Built for speed
Racer Alisha Abdullah has come up with initiatives to popularise racing — as a sport and career
Alisha Abdullah hasn’t just been breaking speed barriers, but several glass ceilings as well. She is India’s first female national racing champion, India’s only woman super bike racer, and has won the overall national championship at the age of 16, beating 22 men.
In 2016, Alisha launched the Alisha Abdullah Racing Academy, through which she is continually on the lookout for talented racers to support. One of her recent initiatives is the “Intercollege Battle” racing competition — an opportunity for colleges around the city to compete against each on the track. The idea for this was inspired by students who would approach her enquiring about racing.
The event took place in December at the Madras Motor Race track, Irungattukottai, in Chennai, and saw five colleges take part: Hindustan Engineering College, KCG College of Technology, Chavara Institute of Management, Jeppiaar Engineering College and MGR University.
The drivers drove Alisha’s Formula LGB 13000 category modified Swift cars. The event also saw participation from girls, for whom this served as a platform to compete with men, albeit at an amateur level.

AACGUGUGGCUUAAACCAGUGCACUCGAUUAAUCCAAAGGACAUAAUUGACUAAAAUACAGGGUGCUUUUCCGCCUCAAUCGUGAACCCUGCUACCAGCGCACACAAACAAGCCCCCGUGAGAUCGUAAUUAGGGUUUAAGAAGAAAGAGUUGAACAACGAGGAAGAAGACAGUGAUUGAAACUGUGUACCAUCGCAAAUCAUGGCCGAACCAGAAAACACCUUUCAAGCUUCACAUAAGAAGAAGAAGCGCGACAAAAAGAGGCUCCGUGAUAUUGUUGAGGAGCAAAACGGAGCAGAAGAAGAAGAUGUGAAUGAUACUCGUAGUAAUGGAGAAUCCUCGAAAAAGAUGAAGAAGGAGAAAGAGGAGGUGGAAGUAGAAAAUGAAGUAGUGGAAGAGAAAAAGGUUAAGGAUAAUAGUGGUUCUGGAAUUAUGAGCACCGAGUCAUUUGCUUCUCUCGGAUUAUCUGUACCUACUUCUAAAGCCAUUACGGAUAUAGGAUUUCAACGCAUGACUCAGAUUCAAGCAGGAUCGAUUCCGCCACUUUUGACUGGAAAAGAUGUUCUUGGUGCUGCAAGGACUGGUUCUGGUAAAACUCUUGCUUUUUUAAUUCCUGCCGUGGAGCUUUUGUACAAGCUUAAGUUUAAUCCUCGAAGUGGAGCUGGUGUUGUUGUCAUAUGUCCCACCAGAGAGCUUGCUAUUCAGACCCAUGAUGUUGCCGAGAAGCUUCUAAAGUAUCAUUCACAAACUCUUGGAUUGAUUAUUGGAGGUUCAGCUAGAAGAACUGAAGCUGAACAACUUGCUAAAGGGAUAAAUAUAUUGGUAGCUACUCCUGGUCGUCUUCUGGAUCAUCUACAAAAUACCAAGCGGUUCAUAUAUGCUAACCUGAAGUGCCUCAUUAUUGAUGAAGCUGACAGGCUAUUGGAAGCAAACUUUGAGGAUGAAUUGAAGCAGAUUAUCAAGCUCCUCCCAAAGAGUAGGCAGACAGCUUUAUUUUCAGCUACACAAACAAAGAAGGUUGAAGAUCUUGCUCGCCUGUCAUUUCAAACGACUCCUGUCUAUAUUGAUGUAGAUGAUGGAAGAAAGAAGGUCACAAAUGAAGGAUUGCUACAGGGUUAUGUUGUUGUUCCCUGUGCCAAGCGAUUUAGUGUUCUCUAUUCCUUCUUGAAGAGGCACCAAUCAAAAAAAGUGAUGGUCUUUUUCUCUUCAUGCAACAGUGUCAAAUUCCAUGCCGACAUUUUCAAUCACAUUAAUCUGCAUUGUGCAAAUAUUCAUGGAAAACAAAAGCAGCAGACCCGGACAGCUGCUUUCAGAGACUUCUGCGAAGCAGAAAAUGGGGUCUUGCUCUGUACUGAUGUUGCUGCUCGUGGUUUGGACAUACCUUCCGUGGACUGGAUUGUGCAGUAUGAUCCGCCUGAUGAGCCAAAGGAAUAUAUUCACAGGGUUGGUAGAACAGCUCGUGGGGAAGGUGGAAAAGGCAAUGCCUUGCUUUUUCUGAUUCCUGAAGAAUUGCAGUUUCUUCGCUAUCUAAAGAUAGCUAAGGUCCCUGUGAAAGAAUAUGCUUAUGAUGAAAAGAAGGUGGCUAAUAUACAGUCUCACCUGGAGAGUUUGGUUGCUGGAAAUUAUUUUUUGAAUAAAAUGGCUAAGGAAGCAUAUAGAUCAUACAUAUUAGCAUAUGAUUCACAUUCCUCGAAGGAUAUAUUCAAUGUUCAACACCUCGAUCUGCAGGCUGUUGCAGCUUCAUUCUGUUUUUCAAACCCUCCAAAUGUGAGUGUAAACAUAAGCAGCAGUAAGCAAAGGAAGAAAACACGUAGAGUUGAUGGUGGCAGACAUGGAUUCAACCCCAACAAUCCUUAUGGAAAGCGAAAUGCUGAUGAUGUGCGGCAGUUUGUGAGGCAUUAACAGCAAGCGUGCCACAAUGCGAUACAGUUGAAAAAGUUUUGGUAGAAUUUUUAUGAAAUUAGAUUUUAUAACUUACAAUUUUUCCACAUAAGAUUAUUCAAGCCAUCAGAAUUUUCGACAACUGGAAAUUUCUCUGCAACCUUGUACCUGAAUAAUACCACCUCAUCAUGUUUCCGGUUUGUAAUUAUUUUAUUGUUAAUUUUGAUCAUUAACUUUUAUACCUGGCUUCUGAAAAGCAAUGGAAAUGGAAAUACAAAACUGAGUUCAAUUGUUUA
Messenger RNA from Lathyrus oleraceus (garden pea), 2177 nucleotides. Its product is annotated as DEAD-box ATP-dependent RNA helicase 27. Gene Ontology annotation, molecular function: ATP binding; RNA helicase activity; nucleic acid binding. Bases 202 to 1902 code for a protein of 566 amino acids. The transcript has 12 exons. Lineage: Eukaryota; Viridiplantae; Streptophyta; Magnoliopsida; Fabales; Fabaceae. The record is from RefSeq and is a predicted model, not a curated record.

One of the motivations behind the event is to popularise motor sports which does not enjoy the same status as other sports. “One cannot compare motor sports to cricket. Racing is an expensive sport. One would have to spend at least ₹6-7 lakhs per year on petrol, tyres, and engine maintenance. That is why I came up with this idea of giving students a taste of what it is like to race,” explains Alisha. She also feels there isn’t enough support from the government.
When Alisha started, she was lucky because she had the support of her parents. In fact, her father, RA Abdullah himself is a famous bike racer and a seventime national champion. He gifted her a 600 cc superbike on her 18th birthday and said, “You are going to race.” As excited as she was, it was a huge 240 kg machine; all she could say was, “Are you are kidding me?” He clearly wasn’t.
Alisha, who has done her master’s in human resource management with a specialisation in sales and marketing, wanted to become an automobile engineer — “dismantling and fixing engines is what I wanted to do.”
Now to give others the opportunity to do just that and spread awareness about a career in motorsport (being a racer isn’t the only option), Alisha and Hindustan Engineering College have come together to offer a long and short-term diploma in motorsport engineering. The course will be certified by Anna University and will cover all the technical dynamics of a race car and bike. Details of the course, which will start in June, will be made available soon.